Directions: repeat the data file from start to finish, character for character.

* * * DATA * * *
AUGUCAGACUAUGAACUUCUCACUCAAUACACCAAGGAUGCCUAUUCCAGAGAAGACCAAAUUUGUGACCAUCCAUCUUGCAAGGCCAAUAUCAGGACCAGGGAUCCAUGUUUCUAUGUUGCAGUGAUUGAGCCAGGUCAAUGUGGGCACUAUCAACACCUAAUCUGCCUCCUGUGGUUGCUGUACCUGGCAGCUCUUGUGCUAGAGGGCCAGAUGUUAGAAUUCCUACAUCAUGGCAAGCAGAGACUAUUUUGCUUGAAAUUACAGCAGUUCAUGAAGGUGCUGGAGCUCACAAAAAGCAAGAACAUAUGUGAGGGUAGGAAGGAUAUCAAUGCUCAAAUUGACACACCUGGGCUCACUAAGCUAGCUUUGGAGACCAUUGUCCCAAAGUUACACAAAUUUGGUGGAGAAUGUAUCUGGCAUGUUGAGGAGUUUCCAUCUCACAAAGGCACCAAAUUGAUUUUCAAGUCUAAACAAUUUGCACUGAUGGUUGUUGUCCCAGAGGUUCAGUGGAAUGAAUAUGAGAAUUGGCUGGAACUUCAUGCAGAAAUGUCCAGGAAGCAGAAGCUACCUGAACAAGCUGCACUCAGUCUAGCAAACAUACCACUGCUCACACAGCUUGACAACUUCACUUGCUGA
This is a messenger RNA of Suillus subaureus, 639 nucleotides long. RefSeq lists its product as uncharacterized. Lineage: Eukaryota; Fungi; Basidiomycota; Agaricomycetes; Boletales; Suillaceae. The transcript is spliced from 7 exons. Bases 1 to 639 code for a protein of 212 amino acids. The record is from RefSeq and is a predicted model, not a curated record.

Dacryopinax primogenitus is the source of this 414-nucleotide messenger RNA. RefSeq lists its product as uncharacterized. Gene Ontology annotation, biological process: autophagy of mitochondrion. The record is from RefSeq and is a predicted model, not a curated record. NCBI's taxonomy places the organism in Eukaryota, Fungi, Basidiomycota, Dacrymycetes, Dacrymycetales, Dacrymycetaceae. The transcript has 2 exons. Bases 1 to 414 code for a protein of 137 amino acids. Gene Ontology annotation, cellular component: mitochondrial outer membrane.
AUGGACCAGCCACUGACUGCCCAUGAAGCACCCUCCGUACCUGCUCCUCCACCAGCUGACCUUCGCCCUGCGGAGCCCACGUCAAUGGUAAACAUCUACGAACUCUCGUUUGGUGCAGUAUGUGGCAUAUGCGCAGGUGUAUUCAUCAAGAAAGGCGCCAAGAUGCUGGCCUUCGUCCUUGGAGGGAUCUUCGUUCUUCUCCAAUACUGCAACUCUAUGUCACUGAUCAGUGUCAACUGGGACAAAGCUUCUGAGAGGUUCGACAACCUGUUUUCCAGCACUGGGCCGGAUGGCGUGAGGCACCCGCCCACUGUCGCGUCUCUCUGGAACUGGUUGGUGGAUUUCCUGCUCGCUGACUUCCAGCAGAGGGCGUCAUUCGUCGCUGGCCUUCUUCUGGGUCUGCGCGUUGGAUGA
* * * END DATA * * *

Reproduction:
AUGUCAGACUAUGAACUUCUCACUCAAUACACCAAGGAUGCCUAUUCCAGAGAAGACCAAAUUUGUGACCAUCCAUCUUGCAAGGCCAAUAUCAGGACCAGGGAUCCAUGUUUCUAUGUUGCAGUGAUUGAGCCAGGUCAAUGUGGGCACUAUCAACACCUAAUCUGCCUCCUGUGGUUGCUGUACCUGGCAGCUCUUGUGCUAGAGGGCCAGAUGUUAGAAUUCCUACAUCAUGGCAAGCAGAGACUAUUUUGCUUGAAAUUACAGCAGUUCAUGAAGGUGCUGGAGCUCACAAAAAGCAAGAACAUAUGUGAGGGUAGGAAGGAUAUCAAUGCUCAAAUUGACACACCUGGGCUCACUAAGCUAGCUUUGGAGACCAUUGUCCCAAAGUUACACAAAUUUGGUGGAGAAUGUAUCUGGCAUGUUGAGGAGUUUCCAUCUCACAAAGGCACCAAAUUGAUUUUCAAGUCUAAACAAUUUGCACUGAUGGUUGUUGUCCCAGAGGUUCAGUGGAAUGAAUAUGAGAAUUGGCUGGAACUUCAUGCAGAAAUGUCCAGGAAGCAGAAGCUACCUGAACAAGCUGCACUCAGUCUAGCAAACAUACCACUGCUCACACAGCUUGACAACUUCACUUGCUGA
This is a messenger RNA of Suillus subaureus, 639 nucleotides long. RefSeq lists its product as uncharacterized. Lineage: Eukaryota; Fungi; Basidiomycota; Agaricomycetes; Boletales; Suillaceae. The transcript is spliced from 7 exons. Bases 1 to 639 code for a protein of 212 amino acids. The record is from RefSeq and is a predicted model, not a curated record.

Dacryopinax primogenitus is the source of this 414-nucleotide messenger RNA. RefSeq lists its product as uncharacterized. Gene Ontology annotation, biological process: autophagy of mitochondrion. The record is from RefSeq and is a predicted model, not a curated record. NCBI's taxonomy places the organism in Eukaryota, Fungi, Basidiomycota, Dacrymycetes, Dacrymycetales, Dacrymycetaceae. The transcript has 2 exons. Bases 1 to 414 code for a protein of 137 amino acids. Gene Ontology annotation, cellular component: mitochondrial outer membrane.
AUGGACCAGCCACUGACUGCCCAUGAAGCACCCUCCGUACCUGCUCCUCCACCAGCUGACCUUCGCCCUGCGGAGCCCACGUCAAUGGUAAACAUCUACGAACUCUCGUUUGGUGCAGUAUGUGGCAUAUGCGCAGGUGUAUUCAUCAAGAAAGGCGCCAAGAUGCUGGCCUUCGUCCUUGGAGGGAUCUUCGUUCUUCUCCAAUACUGCAACUCUAUGUCACUGAUCAGUGUCAACUGGGACAAAGCUUCUGAGAGGUUCGACAACCUGUUUUCCAGCACUGGGCCGGAUGGCGUGAGGCACCCGCCCACUGUCGCGUCUCUCUGGAACUGGUUGGUGGAUUUCCUGCUCGCUGACUUCCAGCAGAGGGCGUCAUUCGUCGCUGGCCUUCUUCUGGGUCUGCGCGUUGGAUGA